The disparity in wealth distribution between "have" and "have not" nations has been untenable for decades. This is, in my opinion, an inevitable collapse of a differential in wealth that never should have existed in the first place. Yes, it's a recession. Yes, it's an economic collapse. Yes, it's a chance for other nations to share in our spoils. Will we recover? Of course. By mid- to late-2008, all of the balance sheets will be clean, the banks will stop hemmorhaging, the CDOs will be dismantled, home prices will shrink back to sensibility, and the stock market will begin another bull run. We have a long way to fall yet, but the incredible speed of this correction indicates hope that recovery will be prompt. I don't forsee another Great Depression, but I do forsee another year or eighteen months of falling home prices and tightened household budgets.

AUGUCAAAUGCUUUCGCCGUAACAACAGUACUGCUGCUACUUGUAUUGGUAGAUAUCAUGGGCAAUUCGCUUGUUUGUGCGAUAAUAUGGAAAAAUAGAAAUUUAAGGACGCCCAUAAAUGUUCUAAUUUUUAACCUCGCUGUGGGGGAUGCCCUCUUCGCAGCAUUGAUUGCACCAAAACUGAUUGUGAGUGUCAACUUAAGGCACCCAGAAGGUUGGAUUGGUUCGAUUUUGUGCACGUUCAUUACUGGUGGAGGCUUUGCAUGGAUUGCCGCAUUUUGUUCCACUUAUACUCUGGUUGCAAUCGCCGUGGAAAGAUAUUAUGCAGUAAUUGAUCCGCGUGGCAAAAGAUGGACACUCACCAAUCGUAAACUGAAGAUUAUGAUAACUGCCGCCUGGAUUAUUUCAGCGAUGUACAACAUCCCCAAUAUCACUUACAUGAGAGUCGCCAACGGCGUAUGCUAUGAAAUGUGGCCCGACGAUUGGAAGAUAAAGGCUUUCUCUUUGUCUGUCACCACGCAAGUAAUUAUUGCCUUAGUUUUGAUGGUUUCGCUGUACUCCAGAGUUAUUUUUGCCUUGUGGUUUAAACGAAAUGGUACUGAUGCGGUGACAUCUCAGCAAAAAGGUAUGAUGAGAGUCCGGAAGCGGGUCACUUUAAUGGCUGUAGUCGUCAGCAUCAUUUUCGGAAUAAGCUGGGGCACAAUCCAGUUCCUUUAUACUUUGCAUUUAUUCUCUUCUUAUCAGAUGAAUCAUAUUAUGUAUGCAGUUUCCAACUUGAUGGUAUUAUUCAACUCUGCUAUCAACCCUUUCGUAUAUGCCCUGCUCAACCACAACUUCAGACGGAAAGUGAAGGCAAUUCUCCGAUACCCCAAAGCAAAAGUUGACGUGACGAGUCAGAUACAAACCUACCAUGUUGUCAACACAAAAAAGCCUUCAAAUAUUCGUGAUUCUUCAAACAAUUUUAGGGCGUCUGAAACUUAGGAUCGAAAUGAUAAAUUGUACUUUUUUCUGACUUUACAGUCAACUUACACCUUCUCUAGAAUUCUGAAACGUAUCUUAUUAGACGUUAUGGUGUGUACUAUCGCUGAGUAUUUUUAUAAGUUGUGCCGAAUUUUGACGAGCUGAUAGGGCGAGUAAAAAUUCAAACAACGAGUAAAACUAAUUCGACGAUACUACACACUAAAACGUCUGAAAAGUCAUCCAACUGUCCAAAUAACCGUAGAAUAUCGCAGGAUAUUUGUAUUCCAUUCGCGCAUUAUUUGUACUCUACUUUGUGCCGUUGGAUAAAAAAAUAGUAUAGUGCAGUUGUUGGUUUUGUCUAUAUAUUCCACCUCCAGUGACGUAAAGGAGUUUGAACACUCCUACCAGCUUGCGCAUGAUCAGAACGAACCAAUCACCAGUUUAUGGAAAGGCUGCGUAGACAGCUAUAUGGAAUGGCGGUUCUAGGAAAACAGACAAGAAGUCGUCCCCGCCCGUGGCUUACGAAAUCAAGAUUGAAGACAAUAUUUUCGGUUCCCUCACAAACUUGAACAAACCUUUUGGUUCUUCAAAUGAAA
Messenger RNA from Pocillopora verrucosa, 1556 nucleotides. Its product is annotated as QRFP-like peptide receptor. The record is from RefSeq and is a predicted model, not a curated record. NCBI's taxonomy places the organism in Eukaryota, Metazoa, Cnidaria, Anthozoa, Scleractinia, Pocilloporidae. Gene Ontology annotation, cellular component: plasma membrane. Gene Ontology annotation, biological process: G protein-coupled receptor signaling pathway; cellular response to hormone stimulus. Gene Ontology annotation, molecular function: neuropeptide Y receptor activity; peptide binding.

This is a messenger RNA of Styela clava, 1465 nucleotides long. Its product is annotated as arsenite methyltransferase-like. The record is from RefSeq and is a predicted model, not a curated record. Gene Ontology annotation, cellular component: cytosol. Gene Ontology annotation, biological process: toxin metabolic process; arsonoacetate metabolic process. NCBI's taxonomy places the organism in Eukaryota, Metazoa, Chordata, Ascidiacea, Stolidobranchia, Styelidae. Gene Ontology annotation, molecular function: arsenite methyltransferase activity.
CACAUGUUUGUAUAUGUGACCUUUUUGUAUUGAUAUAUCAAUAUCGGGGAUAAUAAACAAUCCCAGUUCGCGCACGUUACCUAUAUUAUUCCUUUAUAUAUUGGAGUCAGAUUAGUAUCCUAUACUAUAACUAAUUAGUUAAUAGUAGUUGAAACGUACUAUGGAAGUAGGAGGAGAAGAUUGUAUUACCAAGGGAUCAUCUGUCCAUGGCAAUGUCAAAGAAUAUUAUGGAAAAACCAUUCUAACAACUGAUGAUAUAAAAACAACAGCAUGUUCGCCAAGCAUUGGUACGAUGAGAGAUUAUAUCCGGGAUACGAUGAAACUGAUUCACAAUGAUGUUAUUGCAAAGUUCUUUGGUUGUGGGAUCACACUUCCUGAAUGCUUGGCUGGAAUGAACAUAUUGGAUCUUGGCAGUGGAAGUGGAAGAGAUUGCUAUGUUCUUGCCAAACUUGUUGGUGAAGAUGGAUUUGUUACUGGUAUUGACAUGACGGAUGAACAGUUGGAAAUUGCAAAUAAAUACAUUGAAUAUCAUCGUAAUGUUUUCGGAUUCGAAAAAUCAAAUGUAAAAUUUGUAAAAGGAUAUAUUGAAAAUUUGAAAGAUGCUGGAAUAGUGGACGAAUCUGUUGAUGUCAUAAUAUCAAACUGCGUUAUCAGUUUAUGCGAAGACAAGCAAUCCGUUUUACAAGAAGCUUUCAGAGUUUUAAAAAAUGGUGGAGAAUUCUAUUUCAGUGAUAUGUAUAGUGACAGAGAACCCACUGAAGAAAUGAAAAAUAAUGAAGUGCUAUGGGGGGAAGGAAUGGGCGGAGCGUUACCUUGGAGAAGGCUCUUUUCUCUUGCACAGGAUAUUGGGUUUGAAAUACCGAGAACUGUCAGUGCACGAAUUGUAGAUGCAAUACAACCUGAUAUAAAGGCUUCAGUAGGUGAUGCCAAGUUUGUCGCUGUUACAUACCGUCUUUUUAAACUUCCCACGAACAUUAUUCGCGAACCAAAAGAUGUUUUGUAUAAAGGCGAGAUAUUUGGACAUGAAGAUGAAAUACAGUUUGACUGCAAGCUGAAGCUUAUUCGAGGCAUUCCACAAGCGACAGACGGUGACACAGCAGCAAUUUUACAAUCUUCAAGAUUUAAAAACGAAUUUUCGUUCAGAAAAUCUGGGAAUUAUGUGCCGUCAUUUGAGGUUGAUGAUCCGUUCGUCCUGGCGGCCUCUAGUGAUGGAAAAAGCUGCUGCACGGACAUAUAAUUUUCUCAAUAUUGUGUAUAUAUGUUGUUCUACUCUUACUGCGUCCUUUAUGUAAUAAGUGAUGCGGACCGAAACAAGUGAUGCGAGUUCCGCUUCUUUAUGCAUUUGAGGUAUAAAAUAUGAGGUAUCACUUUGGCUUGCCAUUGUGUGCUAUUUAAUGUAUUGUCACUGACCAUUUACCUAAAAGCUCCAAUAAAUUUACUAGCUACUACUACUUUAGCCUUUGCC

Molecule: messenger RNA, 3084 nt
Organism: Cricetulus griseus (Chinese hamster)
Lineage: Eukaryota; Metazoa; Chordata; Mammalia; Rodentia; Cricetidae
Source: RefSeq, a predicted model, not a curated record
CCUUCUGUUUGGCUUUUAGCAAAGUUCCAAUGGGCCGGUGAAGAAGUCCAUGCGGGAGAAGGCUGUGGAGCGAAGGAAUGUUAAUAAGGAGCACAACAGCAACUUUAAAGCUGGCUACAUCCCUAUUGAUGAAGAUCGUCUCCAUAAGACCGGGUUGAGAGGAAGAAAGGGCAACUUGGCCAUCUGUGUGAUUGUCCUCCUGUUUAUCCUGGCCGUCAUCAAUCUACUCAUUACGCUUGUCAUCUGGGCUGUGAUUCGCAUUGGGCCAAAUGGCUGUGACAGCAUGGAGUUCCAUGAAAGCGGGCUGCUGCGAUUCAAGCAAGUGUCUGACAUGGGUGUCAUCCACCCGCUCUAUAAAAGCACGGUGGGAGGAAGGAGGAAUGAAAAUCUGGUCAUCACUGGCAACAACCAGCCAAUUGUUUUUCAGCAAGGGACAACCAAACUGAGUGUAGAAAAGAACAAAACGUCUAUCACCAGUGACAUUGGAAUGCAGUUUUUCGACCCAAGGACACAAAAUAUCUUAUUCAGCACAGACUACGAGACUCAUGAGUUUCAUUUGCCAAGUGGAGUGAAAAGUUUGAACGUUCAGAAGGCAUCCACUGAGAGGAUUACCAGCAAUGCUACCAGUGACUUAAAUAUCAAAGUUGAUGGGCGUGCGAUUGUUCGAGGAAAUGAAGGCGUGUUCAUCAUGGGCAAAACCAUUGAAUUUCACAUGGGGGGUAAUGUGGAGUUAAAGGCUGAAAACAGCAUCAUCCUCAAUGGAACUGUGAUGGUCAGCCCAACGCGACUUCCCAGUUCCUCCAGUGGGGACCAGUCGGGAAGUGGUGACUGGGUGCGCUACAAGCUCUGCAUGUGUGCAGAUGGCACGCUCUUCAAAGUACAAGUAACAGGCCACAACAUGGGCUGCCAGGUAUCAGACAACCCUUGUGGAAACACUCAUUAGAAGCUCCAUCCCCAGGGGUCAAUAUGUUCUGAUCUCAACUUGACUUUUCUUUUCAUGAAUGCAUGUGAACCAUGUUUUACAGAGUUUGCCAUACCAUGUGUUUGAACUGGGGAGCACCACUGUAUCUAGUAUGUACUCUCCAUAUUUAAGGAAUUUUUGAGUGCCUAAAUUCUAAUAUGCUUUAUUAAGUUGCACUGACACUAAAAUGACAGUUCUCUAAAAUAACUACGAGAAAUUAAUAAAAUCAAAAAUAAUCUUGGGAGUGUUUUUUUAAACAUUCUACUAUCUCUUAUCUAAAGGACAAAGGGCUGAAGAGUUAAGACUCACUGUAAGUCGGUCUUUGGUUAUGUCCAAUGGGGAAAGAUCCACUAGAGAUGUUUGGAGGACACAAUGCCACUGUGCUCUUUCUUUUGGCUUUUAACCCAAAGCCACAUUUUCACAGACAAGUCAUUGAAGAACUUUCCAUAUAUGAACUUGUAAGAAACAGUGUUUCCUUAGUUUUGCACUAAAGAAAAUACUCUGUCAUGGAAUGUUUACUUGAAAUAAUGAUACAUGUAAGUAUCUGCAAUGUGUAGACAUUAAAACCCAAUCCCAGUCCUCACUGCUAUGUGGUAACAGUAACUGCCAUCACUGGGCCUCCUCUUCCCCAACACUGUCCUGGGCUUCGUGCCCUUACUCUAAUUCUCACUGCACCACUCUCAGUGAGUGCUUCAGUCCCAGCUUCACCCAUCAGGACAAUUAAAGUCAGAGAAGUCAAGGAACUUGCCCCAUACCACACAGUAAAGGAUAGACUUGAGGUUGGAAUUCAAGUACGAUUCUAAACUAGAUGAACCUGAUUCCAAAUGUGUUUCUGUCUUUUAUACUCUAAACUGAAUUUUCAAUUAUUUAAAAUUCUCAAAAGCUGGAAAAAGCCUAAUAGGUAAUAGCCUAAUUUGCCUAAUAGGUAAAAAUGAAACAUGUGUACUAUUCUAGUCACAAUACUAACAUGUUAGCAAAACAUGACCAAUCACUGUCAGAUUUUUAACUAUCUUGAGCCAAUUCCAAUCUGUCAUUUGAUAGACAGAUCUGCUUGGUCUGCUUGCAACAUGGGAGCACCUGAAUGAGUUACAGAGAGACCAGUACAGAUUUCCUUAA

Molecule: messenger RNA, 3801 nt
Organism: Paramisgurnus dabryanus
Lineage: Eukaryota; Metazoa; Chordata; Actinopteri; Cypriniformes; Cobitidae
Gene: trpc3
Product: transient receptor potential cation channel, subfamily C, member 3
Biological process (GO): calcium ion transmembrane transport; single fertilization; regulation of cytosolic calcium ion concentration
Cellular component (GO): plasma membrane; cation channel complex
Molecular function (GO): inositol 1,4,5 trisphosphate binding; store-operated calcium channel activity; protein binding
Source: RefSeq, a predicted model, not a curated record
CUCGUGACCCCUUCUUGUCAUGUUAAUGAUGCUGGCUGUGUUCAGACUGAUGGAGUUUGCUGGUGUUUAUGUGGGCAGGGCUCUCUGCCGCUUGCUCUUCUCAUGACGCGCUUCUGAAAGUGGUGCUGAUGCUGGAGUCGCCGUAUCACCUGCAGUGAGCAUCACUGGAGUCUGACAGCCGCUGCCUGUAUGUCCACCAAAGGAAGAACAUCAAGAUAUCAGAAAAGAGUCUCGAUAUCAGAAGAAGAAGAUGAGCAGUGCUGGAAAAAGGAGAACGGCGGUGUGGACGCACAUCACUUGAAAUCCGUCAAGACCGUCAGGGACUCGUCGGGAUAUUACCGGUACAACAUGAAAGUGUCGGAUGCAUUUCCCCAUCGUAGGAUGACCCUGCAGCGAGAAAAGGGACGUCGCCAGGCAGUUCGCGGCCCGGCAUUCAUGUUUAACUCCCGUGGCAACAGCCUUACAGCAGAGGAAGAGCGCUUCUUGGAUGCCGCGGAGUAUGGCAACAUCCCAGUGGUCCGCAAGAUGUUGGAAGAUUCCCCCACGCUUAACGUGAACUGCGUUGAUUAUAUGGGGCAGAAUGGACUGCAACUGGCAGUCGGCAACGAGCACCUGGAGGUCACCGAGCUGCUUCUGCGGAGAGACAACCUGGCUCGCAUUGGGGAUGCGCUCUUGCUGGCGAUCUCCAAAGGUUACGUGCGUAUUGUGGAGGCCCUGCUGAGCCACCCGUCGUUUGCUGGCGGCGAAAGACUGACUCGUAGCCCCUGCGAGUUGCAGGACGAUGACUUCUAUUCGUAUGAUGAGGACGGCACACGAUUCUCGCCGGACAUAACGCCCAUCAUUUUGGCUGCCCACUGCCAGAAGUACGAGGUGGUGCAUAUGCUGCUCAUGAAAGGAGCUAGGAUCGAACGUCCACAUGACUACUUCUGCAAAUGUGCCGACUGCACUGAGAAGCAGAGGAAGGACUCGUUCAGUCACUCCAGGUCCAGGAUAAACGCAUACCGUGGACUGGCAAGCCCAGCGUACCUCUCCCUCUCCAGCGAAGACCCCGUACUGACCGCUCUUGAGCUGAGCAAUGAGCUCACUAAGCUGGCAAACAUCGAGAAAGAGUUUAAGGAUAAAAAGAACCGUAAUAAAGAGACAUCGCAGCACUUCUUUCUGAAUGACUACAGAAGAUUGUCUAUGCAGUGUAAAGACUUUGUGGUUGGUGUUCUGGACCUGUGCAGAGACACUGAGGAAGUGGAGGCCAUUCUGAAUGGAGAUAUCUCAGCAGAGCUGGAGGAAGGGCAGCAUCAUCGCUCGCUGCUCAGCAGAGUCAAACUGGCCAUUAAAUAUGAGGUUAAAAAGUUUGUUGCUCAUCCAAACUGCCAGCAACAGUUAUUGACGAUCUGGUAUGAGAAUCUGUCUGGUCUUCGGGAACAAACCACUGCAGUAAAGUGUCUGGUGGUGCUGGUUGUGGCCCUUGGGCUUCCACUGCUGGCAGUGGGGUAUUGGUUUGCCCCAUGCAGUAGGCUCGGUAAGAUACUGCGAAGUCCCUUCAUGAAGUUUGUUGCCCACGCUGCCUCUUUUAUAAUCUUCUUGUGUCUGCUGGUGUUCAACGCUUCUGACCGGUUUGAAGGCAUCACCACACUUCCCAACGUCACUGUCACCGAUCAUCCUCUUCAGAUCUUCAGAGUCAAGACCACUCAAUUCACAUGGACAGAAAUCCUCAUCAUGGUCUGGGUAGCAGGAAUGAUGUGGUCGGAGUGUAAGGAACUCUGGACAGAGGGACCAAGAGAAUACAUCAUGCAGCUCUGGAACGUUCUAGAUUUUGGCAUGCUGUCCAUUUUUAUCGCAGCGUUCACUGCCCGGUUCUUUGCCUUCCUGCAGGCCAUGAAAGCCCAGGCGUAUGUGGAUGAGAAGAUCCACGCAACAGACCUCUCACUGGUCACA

- Warren
  4. Jan 23, 2008 #3


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    The defnition of "recession" is negative economic growth. Except inso far as the statistics for today aren't out today, we're probably not in one yet. Odds are decent for the next few months to bring one, though.

    [that was a response to Art]
  5. Jan 23, 2008 #4